Customers should not have to ask about prices, so be sure all items have neat, clear signage which also includes a brief product description or food fact. Signs should be visible from all angles. This ensures the customer can see the price from wherever they are in your booth. Wilcox suggests creating signs which are bright and colorful, not just black marker on cardboard. Provide tips about what to do with items that might be unfamiliar or tips for using more familiar items in new ways. Choose an item to feature each week, something that’s plentiful and you can sell at a lower than usual price. Make it easy for customers to carry their selections by placing bags or baskets throughout your display.
Items such as crates or baskets used to create displays may seem commonplace to you, but will look authentic and say “farm” to your customer. If products displayed in crates or baskets are running low, remove the items and place in a smaller container or on the table to avoid the look of that item being picked over.
Wilcox says meal delivery kits such as Blue Apron and Hello Fresh are popular because people don’t have to think about how much they need to buy, and having the ingredients they need to create a meal makes them feel very accomplished. For farmer market vendors, she suggests creating a box available the day of market which contains a week’s worth of products along with recipes. Wilcox added that the customer shouldn’t have to do any guesswork with an offer such as this. “Put it all in the box, make a beautiful display and say ‘this box is $30 and comes with five recipes.’ You can justify a higher cost because you’re giving them the convenience they want.”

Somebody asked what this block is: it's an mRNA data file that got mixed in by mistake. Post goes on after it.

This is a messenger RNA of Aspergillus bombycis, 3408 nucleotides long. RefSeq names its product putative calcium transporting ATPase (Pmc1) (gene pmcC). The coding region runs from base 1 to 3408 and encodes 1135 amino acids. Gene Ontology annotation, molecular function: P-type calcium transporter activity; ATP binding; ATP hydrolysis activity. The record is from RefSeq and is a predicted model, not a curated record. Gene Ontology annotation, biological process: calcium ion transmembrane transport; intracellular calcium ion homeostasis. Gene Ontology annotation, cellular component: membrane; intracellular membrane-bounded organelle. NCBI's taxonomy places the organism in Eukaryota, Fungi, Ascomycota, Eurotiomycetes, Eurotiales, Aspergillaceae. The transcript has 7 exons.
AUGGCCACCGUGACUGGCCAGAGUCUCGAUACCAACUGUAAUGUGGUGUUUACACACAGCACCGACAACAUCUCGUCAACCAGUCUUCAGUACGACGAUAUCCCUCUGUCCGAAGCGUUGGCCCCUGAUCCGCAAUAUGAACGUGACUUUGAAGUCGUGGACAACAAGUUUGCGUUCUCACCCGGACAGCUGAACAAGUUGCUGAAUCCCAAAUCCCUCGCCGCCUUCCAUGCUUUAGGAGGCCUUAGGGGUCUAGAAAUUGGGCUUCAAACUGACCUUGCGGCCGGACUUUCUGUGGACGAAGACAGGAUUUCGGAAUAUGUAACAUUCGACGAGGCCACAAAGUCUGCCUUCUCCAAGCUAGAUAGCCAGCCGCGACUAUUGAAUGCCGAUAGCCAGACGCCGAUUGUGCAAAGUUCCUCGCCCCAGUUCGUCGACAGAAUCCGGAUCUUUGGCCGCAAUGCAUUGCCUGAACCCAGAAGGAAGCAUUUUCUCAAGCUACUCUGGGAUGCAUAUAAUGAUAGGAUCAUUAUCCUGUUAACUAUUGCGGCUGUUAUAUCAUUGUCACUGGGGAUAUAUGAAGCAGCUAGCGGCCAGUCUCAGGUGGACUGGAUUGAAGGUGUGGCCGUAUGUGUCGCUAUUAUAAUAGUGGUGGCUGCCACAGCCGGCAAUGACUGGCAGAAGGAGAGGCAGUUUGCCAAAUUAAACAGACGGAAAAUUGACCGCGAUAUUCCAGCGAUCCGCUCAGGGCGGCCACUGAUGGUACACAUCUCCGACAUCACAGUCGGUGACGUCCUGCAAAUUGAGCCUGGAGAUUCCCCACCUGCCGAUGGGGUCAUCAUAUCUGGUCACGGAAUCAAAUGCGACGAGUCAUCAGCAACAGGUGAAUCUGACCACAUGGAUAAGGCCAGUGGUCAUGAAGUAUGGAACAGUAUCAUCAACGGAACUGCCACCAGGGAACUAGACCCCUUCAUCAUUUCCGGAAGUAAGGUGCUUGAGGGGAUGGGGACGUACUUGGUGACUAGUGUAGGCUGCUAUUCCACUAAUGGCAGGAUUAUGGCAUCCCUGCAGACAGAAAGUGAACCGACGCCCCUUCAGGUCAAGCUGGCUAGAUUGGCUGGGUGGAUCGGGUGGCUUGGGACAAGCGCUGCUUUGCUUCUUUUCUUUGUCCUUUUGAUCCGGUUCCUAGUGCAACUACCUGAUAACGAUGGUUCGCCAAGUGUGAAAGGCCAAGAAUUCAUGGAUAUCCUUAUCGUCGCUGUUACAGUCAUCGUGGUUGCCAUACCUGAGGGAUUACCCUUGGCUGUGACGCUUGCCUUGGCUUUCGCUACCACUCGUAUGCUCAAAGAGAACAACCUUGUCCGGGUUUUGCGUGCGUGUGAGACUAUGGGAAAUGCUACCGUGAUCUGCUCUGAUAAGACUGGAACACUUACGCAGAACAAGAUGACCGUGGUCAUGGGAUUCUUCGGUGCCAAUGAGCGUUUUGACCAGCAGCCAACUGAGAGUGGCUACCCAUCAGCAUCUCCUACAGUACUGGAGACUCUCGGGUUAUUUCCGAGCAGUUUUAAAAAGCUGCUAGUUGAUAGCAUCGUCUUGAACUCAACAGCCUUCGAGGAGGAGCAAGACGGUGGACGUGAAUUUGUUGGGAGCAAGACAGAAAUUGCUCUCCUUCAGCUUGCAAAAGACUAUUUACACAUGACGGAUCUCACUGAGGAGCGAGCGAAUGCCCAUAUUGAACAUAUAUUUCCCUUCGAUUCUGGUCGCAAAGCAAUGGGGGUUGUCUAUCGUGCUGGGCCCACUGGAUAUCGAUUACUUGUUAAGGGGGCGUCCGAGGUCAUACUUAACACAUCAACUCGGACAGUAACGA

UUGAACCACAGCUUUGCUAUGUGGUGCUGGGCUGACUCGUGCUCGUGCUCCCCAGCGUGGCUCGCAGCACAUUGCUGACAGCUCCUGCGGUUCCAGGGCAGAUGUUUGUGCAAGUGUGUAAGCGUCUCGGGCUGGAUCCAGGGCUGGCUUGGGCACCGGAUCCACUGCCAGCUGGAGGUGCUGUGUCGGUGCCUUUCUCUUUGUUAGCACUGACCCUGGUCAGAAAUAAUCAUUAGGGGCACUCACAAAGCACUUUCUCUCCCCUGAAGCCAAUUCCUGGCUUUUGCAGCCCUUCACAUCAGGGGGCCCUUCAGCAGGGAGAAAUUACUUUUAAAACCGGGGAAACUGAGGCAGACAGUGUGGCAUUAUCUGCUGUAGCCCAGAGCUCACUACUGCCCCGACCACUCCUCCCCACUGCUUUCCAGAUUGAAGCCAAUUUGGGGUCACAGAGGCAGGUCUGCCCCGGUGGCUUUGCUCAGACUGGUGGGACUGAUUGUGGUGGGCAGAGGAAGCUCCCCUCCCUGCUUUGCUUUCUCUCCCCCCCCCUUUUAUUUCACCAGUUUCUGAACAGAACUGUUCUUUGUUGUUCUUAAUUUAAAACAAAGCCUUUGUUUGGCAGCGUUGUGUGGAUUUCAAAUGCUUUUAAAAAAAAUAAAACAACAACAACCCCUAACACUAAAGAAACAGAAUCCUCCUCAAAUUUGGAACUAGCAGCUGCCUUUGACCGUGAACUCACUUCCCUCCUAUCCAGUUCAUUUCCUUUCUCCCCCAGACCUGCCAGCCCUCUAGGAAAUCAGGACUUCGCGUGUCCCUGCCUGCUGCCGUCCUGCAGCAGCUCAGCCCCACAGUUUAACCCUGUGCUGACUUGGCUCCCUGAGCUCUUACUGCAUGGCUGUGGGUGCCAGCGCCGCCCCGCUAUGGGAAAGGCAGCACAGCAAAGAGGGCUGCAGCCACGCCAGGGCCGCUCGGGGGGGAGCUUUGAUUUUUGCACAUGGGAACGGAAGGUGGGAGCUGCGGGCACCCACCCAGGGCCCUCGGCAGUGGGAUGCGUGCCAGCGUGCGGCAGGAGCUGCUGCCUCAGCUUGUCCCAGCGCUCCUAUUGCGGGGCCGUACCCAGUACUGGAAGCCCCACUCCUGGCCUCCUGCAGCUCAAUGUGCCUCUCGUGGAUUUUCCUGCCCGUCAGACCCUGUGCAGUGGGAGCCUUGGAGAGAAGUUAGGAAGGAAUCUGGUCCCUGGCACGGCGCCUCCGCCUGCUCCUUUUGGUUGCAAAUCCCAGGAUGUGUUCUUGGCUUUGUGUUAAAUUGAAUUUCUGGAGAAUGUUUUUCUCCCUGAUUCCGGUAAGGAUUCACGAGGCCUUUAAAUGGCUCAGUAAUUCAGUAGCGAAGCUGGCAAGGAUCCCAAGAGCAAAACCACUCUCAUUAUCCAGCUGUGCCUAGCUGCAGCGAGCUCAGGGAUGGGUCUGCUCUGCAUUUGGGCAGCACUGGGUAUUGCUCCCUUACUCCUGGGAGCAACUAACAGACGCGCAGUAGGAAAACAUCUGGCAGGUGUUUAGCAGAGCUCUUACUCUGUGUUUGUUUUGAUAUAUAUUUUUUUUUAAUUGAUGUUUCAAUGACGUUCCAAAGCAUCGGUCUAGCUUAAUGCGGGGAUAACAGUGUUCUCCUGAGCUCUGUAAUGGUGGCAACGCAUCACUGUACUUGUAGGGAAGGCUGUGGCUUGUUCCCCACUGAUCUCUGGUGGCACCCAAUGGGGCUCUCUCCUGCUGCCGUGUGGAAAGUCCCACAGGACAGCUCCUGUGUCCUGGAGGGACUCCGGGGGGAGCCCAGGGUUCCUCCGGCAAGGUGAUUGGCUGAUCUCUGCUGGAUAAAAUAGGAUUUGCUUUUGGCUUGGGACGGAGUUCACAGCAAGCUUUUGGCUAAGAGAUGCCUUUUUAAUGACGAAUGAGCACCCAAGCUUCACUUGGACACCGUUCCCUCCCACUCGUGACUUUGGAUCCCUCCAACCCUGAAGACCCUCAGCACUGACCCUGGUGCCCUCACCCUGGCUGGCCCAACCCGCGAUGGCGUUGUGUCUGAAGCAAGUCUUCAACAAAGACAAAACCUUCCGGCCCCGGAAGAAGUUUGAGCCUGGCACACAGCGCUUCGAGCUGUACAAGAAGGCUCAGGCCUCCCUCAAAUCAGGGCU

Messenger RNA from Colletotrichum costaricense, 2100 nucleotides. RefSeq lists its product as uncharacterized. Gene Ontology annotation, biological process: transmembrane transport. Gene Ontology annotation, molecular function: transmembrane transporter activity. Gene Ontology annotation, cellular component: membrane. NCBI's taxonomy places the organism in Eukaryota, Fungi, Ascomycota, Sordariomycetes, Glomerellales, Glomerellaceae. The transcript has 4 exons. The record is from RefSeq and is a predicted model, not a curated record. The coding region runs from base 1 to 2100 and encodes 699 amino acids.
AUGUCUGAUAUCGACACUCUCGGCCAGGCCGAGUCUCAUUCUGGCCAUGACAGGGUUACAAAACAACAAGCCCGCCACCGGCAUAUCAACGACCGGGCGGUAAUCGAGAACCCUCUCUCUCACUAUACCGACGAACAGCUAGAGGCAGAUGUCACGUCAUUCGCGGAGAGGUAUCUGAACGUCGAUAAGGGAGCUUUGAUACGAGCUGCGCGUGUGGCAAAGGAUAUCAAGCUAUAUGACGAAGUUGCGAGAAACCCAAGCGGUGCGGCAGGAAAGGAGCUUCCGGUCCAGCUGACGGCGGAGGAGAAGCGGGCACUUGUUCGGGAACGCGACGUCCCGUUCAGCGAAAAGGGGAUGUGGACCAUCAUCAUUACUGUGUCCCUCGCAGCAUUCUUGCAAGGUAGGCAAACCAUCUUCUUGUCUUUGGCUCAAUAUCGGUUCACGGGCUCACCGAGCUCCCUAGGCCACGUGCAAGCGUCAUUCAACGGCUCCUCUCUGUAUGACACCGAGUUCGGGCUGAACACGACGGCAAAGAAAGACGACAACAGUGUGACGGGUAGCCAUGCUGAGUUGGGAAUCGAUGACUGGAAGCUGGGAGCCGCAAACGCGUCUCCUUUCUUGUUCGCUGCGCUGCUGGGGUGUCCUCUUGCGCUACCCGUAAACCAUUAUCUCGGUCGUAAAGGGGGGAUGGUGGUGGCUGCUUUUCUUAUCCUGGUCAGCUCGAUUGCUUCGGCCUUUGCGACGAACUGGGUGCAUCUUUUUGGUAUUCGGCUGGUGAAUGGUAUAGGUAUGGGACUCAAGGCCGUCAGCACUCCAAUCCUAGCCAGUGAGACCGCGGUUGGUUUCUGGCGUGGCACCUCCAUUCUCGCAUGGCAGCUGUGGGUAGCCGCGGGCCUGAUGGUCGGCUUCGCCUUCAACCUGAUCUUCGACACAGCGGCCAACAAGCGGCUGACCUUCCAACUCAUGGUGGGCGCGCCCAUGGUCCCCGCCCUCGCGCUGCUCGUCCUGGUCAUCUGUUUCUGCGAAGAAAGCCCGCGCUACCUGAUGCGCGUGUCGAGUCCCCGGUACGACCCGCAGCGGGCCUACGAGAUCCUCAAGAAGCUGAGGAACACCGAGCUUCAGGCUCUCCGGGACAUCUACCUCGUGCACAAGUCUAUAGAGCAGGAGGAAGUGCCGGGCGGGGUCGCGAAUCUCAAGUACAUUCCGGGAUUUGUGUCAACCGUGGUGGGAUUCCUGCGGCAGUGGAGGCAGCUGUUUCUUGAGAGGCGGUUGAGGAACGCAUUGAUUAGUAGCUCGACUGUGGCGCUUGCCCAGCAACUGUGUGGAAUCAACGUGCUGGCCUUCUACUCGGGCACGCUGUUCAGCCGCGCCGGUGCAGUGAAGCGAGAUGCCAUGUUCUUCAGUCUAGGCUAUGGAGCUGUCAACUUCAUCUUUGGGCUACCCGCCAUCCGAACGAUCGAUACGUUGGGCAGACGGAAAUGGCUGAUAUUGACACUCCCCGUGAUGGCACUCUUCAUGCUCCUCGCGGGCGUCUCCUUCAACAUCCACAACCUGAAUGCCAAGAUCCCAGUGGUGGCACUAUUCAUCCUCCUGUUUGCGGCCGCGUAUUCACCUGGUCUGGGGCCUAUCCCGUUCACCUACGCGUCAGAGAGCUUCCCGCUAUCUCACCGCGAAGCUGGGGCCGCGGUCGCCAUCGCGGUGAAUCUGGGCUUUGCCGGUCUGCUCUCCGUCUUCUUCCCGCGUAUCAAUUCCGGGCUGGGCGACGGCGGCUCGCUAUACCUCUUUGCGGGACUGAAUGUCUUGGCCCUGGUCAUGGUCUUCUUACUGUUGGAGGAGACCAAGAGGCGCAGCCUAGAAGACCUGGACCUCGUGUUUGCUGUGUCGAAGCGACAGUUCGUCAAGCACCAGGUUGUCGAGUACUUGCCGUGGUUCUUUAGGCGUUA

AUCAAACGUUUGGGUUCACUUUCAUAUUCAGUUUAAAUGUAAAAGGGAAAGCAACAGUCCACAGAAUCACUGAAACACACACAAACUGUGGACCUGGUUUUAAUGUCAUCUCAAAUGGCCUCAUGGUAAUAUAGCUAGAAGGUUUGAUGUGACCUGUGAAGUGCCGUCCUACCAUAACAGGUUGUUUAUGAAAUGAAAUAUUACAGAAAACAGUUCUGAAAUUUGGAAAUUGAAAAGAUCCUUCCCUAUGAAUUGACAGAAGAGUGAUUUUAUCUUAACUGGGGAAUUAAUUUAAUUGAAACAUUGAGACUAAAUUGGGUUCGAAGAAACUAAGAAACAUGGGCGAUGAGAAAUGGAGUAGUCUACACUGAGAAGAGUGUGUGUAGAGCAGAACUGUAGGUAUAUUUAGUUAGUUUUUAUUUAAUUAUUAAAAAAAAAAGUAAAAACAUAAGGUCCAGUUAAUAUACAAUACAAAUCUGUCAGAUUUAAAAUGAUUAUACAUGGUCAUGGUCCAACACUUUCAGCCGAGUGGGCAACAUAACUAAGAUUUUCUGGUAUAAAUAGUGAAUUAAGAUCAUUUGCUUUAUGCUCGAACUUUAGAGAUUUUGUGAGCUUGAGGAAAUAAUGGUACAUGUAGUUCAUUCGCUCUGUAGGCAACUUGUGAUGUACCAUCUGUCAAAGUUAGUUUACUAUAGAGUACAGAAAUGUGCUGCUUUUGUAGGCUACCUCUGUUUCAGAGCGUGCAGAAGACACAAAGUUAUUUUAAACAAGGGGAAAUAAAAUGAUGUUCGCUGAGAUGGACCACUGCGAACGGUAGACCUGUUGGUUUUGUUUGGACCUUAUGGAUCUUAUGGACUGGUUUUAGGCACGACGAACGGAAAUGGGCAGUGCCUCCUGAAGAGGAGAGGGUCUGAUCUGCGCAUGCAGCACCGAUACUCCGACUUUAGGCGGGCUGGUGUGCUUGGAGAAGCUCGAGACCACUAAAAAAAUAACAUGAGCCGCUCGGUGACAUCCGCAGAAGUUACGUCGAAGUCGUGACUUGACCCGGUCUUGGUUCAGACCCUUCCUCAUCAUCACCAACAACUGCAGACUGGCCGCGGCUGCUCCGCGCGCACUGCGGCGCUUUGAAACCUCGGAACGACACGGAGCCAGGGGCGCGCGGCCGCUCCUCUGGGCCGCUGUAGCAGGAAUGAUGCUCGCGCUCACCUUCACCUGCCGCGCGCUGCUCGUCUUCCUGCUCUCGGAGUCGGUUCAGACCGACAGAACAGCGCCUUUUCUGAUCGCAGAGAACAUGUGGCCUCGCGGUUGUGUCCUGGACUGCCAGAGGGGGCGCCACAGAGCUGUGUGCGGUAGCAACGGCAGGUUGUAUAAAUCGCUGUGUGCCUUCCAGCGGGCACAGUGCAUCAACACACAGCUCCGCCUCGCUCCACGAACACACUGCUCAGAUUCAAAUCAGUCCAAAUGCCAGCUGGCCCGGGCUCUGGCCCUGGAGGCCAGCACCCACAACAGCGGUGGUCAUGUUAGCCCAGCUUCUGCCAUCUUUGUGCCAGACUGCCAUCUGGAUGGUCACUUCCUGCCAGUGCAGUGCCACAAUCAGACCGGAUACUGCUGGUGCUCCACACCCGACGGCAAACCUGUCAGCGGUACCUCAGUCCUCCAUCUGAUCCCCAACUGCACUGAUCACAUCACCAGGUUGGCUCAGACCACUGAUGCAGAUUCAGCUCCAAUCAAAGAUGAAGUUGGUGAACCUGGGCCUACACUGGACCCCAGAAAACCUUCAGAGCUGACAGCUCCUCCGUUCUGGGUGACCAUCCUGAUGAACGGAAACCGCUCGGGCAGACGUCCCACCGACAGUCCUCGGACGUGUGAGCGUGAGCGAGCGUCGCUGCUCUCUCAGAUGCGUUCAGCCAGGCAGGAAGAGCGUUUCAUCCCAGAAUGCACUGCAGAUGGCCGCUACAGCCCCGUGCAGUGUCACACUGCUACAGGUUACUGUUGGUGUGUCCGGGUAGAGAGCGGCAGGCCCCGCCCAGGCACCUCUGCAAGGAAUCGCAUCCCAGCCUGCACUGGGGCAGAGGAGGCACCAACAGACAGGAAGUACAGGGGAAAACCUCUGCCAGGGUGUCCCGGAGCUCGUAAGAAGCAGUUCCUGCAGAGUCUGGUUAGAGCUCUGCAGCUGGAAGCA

Whenever possible, add value to a transaction by providing inside information which distinguishes you as a farmer. Wilcox says what may seem like second nature to you can be an “aha” moment for the customer. Share nutrition facts and other information about the products you grow and sell. Offer recipes you’ve made which include products you sell and tips for product storage and preparation. Use a chalkboard to provide nutrition facts on produce as a conversation starter.
Targeting specific consumer groups helps bring customers to farmers markets. Vendors are too small to compete with large grocery chains but that’s an opportunity to tailor your offerings. “The highest average sales [at farmers markets] are coming from families and senior citizens,” said Wilcox. “How can you adapt what you’re doing to meet their needs? Can you offer seniors a discount? Are there things you can do to appeal to kids?” Wilcox says accepting senior FMNP checks, WIC FMNP checks and Fresh Connect Veterans checks helps vendors bring in more customers.
Many people prefer shopping with plastic rather than cash, which can be turned into an opportunity. “Accept SNAP and EBT,” said Wilcox. “You can accept SNAP by having a card reader terminal. You will open up to a whole new market.” Wilcox says even if your market is in a high-income area, accepting SNAP shows you care, which appeals to all customers. If you haven’t already done so, make provisions to accept credit card payments. “Eighty-three percent of businesses that accept credit cards make more sales, with 52 percent making at least $1,000 more per month,” said Wilcox, adding vendors can encourage cash payments by offering a discount for cash.
Always use opportunities to bond with customers beyond the booth. “You are a real farmer,” said Wilcox. “You have a chance to build a bond with customers and that is of value to them. Sharing that experience through social media and email when they’re not in front of you goes a long way.”
Building a culture of trust
by Sally Colby